Imagine your students walking into your classroom, eager to learn, without knowing they're about to embark on a mind-bending journey through the fascinating realm of the Mandela Effect.
What if we told you that you could transform a regular day of teaching into an unforgettable adventure of memory tricks and cognitive dissonance?
This blog post will dive into the intriguing world of the Mandela Effect. We’ll start by explaining what it is and then show you how to create a Mandela Effect quiz that will leave your students scratching their heads in amazement. Sound good? Let’s begin!
What is the Mandela Effect?
First, let's talk about the Mandela Effect. The Mandela Effect is a phenomenon where a large group of people collectively misremember a particular fact, event, or detail, believing it to be one way when, in reality, it’s different.
Fiona Broome, a self-described "paranormal consultant," coined the term in 2010. She shared her memory of Nelson Mandela's death in the 1980s in jail. However, Mandela had actually been released from prison in 1990 and went on to become the President of South Africa. She was convinced her memory was correct, but this experience led her to believe this phenomenon might be more common than people realized. She created a website for others to share their own instances of this effect.
Interestingly, while the term itself is relatively recent, the phenomenon is perhaps not. People have always shared misconceptions or misremembered events. Only now, the internet and social media have allowed for the rapid spread of such examples, making the Mandela Effect more widely recognized.
What is a Mandela Effect quiz?
A Mandela Effect quiz is a fun game where you challenge your students to test their knowledge and memory by presenting them with a series of commonly misremembered instances. The students have to answer correctly or identify whether a statement is true or false based on their memory and perception.
Mandela Effect quizzes will not only be entertaining but also thought-provoking for your students. They highlight the fascinating ways our memories can play tricks on us. You can even use them in your classroom as icebreakers or as a fun way to engage and challenge your student’s cognitive abilities.
How to create a Mandela Effect quiz
Creating a Mandela effect quiz is a breeze in Google Forms. Here are the steps:
Step 1: Create a Google Form quiz
Click the “Blank” button to start a new form. Now, before doing anything else, let's turn this form into a quiz. This will allow you to insert an answer key with point values into your form.
To do this, toggle to your form’s “Settings” tab.
Enable “Make this a quiz” under the “Settings” tab. This will open up a bunch of new options for you.
You can decide when to release the results and change other respondent settings for your quiz here.
Step 2: Explain Mandela Effect in quiz description
Once you’ve made your form a quiz, you can name it appropriately. You should also briefly describe the Mandela Effect in the description below the quiz name. This will orient the students for the upcoming questions.
Step 3: Add your Mandela Effect questions
Now, you can start adding questions to your quiz.
Click the “Add question” button in the floating menu next to your quiz. It looks like a big plus sign.
Add your question and click the question format button to change the question format. Ideally, for this quiz, most questions should follow the multiple-choice format. We have some good questions to add to this quiz in the section below.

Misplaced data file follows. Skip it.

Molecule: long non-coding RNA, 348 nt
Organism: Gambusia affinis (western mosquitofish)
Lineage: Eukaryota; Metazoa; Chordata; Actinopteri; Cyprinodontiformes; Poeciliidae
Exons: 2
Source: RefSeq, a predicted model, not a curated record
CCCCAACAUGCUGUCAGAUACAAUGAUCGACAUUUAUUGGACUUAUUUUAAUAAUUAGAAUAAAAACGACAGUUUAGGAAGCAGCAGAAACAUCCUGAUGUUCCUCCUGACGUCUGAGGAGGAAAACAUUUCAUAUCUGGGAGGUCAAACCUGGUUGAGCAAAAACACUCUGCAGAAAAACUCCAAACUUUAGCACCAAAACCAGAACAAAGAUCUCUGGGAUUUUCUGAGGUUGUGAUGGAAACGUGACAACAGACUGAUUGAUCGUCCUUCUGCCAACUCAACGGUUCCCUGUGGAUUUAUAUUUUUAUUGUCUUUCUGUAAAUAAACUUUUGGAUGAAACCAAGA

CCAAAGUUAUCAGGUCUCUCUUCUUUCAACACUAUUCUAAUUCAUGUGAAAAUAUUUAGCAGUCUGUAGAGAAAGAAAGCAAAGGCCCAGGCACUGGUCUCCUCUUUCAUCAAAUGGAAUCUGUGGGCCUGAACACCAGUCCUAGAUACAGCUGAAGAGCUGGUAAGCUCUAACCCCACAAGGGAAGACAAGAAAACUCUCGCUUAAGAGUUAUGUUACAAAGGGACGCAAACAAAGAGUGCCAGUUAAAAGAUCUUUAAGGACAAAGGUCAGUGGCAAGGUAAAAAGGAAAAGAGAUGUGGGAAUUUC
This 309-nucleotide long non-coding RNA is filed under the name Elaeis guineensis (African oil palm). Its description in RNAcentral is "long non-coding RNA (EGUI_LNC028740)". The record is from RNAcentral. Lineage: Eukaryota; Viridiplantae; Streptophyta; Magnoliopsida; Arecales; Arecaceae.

To insert the answer key, click the “Answer key” button on the bottom left corner of the question.
Select the correct answer and assign a point value to it. Now click ‘Done,’ and your answer key is set. Learn in detail how to set correct answers and assign point values to questions in Google Forms.
Best examples of Mandela Effect
Here are some examples of the Mandela effect that people commonly report:
- Nelson Mandela's Death: The belief that Nelson Mandela died in prison in the 1980’s when he was released in 1990 and became President of South Africa.
- Star Wars Misquote: The commonly misquoted movie line "Luke, I am your father" from Star Wars, which is actually "No, I am your father."
- Berenstain Bears: The children's book series that many people remember as "Berenstein Bears" when it’s actually "Berenstain Bears."
- Fruit of the Loom Logo: The collective memory of a cornucopia (horn of plenty) being part of the Fruit of the Loom logo when it's not.
- Monopoly Man: The misconception that the Monopoly game's mascot, Mr. Monopoly, wears a monocle, which he doesn’t.
Step 4: Add images to make it trickier
All your questions don’t have to be in text form, you can add images as well. Sometimes, this can make the quiz trickier, but it also makes it more visually appealing and engaging for students.
To add an image as an option to a question, click the “Add image” button on the right side of the option. This will open another window to upload your desired image through various sources.
Upload all the relevant images for your questions, and you’re done! You can add the answer key for this question as well.
Step 5: Use Form Publisher to share responses
Now that you’re done making your quiz, there’s just one thing left to do. You have to figure out how to share the student’s responses with them. After all, it’s such an incredible demonstration of how our memory can trick us.
You can easily share your student’s responses with them with a simple Google Forms add-on—Form Publisher!
Create better quizzes and surveys with Google add-ons
With Form Publisher, you can seamlessly transform your quiz responses into stunning, personalized documents that you can instantly share with your students, saving you time and effort.Guess what? You can share these responses with fellow teachers as well! Or, you can save them safely at a preferred location on your Google Drive. Explore all that Form Publisher allows you to do.